It was a bright, sunny day. I found myself scaling Cathedral Rock in Sedona, Arizona with my mom, dad and 5 younger siblings (since I am a homeschooler, I have the privilege to visit some very exciting places in the United States. Such was the case this past March).
As my family and I were hiking up the hazardous ‘path’, a few thoughts crowded my brain. What if my eight-year-old brother fell or slipped in this pass? What if my nine-year-old sister falls down this slab of rock or my mom passes out? Would I know how to help them? Did I have the necessary equipment in my bag? Surrounding me was the beautiful scenery, but more importantly, there were multitudes of families climbing up this same rock that I was. Most of whom had nothing with them except a water bottle!
Many families each year take hikes such as my family did. Nothing happened, and we hope nothing serious ever happens. But, do you know what to do if something goes wrong on your next family hike? What if someone gets seriously injured you pick up your cell phone only to find out that you have no cell signal, or the battery has died, or that you can’t contact anyone? What do you do if you are in a situation where you have no one to contact? Do you know what do if someone gets injured, and the medics are delayed for a long time? Consider the scenario of a third-world country where there is no one to contact in case of a medical emergency, and you are the sole person to administer help until assistance comes.
In this essay, I will endeavor to show you some basic wilderness medicine and rescue skills that will help all those concerned should undesired circumstances strike on their adventure. I want to show three key wilderness medicine and rescue skills that are necessary for the average person to know. You do not HAVE to have a degree, or be an expert! The three keys in this essay are Preparation, Evaluation, and Perspiration. If you can learn the skills associated with these 3 keys, you will most likely have the confidence you need on your next family hike…or adventure!
As with everything relating to survival, preparation is essential. But what does this really involve? First of all, you need to be mentally prepared for anything that may happen. This does not mean that you should worry or be afraid, but, rather, mentally prepare yourself so that you have confidence. If something does go wrong, you know what to do, and you have the means to carry out your plan. The ability to think clearly in the midst of chaos will be invaluable. Mental preparedness will lead to an essential check-list of some items that may be needed on your adventure.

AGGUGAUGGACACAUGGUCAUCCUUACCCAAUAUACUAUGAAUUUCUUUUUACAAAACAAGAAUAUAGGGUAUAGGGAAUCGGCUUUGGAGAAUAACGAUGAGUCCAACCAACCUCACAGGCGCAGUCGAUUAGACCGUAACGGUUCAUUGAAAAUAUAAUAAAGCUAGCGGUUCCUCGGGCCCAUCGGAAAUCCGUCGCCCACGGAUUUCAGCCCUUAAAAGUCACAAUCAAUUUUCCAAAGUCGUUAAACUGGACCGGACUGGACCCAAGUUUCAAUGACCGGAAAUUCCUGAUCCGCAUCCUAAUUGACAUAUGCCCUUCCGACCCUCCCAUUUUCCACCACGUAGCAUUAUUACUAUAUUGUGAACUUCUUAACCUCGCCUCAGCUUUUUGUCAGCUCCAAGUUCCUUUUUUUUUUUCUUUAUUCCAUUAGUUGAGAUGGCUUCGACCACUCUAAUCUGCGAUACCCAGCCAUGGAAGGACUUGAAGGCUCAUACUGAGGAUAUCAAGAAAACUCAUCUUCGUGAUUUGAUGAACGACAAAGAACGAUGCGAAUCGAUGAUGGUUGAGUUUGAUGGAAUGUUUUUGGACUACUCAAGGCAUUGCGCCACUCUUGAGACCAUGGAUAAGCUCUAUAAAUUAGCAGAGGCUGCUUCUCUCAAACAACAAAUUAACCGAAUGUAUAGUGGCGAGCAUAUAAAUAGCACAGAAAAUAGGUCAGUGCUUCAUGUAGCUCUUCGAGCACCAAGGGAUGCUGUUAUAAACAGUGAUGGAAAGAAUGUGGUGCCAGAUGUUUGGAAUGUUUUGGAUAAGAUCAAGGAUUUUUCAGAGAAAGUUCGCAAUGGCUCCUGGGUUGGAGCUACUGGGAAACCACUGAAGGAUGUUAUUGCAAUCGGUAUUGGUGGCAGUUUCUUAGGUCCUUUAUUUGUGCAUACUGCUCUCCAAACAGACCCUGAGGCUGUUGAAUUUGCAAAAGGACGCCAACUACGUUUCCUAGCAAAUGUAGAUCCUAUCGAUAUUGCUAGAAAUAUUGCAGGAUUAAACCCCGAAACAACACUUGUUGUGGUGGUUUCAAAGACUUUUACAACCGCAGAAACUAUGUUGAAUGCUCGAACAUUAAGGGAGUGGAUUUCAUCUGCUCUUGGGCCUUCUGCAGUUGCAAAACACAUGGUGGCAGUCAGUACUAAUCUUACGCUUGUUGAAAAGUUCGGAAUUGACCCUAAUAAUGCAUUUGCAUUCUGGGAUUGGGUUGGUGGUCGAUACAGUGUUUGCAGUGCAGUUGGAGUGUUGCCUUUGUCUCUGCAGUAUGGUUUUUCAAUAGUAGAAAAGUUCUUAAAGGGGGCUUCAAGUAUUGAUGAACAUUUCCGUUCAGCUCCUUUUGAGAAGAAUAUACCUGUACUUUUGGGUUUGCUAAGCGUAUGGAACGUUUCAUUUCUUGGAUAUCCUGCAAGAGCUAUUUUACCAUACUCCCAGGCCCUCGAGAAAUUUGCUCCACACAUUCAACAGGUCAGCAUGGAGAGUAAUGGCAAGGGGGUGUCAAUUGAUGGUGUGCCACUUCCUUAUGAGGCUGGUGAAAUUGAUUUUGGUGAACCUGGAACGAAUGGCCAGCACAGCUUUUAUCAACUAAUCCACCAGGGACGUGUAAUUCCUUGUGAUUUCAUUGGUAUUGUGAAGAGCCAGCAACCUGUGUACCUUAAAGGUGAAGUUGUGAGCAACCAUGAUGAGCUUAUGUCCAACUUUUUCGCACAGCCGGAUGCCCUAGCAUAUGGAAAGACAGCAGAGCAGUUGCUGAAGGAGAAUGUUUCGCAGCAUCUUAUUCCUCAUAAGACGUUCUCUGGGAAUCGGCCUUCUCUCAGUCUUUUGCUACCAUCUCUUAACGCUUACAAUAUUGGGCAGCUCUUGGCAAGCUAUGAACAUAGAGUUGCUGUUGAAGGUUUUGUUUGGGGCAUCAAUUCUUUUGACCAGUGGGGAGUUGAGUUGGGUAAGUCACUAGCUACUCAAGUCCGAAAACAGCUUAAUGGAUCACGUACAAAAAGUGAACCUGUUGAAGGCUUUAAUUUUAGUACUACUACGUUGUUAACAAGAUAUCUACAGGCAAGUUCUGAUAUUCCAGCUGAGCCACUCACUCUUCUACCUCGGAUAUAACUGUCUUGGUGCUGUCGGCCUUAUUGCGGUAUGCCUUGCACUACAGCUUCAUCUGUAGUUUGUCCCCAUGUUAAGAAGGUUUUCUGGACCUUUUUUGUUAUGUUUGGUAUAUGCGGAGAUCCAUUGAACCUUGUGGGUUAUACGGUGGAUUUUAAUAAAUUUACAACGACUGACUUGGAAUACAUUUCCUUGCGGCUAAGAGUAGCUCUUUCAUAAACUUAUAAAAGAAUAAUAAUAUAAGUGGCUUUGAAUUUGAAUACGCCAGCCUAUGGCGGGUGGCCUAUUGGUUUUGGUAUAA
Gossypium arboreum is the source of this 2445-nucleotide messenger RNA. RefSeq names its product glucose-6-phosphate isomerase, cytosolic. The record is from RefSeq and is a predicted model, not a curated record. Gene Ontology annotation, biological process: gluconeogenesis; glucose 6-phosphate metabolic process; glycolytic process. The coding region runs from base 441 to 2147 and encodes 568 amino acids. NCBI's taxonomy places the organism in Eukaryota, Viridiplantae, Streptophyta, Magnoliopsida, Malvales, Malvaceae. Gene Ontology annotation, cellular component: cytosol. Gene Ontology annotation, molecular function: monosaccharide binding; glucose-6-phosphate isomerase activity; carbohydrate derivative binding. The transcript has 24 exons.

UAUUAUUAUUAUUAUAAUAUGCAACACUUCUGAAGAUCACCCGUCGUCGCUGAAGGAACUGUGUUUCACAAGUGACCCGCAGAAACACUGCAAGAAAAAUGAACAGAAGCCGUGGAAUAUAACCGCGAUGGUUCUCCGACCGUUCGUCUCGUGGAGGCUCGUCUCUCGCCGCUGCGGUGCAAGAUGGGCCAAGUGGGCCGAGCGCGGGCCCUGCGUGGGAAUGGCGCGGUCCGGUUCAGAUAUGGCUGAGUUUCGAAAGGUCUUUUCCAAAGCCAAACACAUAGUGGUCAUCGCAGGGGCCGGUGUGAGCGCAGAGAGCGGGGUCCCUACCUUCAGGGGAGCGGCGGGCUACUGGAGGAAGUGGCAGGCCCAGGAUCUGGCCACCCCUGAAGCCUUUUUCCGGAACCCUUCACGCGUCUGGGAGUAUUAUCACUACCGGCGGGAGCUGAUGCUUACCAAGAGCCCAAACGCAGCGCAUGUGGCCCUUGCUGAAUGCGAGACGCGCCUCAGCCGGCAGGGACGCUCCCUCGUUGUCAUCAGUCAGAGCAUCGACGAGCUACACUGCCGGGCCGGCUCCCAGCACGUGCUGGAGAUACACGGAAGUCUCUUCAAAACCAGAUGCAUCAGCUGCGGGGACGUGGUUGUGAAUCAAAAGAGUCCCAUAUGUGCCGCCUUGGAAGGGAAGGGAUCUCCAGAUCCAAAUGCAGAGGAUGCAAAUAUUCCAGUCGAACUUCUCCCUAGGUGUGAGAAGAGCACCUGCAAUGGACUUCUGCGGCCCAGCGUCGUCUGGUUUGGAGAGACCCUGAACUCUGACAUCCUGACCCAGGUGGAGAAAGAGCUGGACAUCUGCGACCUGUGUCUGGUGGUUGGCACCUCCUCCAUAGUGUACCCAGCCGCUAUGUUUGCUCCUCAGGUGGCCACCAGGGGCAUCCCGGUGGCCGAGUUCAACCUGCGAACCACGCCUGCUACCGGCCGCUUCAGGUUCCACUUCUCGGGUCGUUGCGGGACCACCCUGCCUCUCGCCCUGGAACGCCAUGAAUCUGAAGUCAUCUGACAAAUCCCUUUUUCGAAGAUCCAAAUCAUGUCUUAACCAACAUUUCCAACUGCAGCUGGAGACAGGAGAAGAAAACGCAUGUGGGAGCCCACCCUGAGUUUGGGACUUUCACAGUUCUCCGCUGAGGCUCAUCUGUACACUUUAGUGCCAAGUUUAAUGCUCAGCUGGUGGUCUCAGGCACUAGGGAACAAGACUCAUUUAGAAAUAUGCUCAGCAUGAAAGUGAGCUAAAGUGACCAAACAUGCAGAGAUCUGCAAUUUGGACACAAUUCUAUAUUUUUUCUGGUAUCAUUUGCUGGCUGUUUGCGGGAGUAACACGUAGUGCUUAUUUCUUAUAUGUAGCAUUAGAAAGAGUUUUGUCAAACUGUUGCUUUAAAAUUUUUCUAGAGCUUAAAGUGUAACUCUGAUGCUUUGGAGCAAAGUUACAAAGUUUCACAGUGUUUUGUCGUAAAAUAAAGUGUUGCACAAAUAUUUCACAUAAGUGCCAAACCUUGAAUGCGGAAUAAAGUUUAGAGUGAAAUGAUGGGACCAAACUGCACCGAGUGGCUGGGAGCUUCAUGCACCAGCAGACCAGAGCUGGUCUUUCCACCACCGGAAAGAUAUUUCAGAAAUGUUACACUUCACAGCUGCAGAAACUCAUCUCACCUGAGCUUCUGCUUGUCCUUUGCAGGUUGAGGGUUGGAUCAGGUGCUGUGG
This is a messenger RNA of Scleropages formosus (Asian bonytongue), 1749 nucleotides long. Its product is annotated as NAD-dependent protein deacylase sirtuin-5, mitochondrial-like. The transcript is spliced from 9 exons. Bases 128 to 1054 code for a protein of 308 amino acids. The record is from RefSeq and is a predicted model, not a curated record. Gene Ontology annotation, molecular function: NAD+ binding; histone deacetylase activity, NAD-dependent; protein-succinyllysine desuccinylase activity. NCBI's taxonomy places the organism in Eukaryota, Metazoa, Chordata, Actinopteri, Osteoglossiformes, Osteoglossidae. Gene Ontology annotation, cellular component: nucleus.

Your gear plays an important role as to whether you just survive, or thrive under the circumstances that you are forced to be in. There are numerous things that can flood the brain that should be in that “house on your back”, but, keep in mind, a more streamlined check-list is advisable. Obviously you will pack different things depending on whether you are spending a month or two in wild, mountain country, or if you are just spending a day or weekend in the woods.
It is humanly impossible to describe everything that you should pack for every adventure. Walter Picket, in his article called “The Rescue Pack”, put it very succinctly when he stated,
“There are few people who can carry a 40lb+ pack and be effective in the mountains. Experience can make a big difference as to what is carried in the pack. Also, sudden weather changes, difficult terrain and victims with serious injuries can place the rescuer in a rather awkward position. One way the rescuer can keep out of that position is to be prepared to cope with any situation that could come up before it happens. Assistance cannot always be called in or it might take them a long time to getting there so a rescuer should be completely self-sufficient for the duration of the mission. That does not mean that you carry everything but the kitchen sink in your pack…There is no perfect gear. No one backpack can fit everyone’s back. Some gear is especially suited for an individual’s need (or is it wants)…” (Pricket article “The Rescue Pack” www.1srg.org)
Organize your gear so that instead of frantically trying to find a something, the most essential items are easily accessible. You could classify your gear into 3 categories: personal gear (clothes, sleeping bag, tent, sunglasses, hat, chap stick, bandanna, extra socks, etc.), survival/rescue gear, and medical gear. Because personal gear is obvious to most of us, the focus of this part of the essay will be in regards to survival/rescue gear and medical gear.
Basic survival gear is a must. Caution must be used when going to an outfitting store and buying a survival kit. One reason for this is that a store’s main goal is marketing and making profit, not necessarily your personal benefit. Some stores will also try to cut costs wherever they can, and you probably won’t be getting the “best of everything.” Furthermore, some people never open their kit and figure out how to use it because they trust it. Also, some kits may contain ‘overall items’ that are not specific to the region, weather, and/or terrain that you will be traveling in, or situations that you might face. These types of stores, however, usually have good reading material that can give invaluable information on necessary items. Ultimately, you must be wise, and make sure that, if you buy a pre-made survival kit, you do your research and figure out how everything works BEFORE your adventure begins.
It is best to just make your own by purchasing the items you need individually. Tailor your kit to the region you will be traveling in, the possible weather you may encounter, and to what kind of activities you are going to be doing. Also, if you are leading a group, make sure you tailor your kit to your group’s possible needs. You may have to help everyone!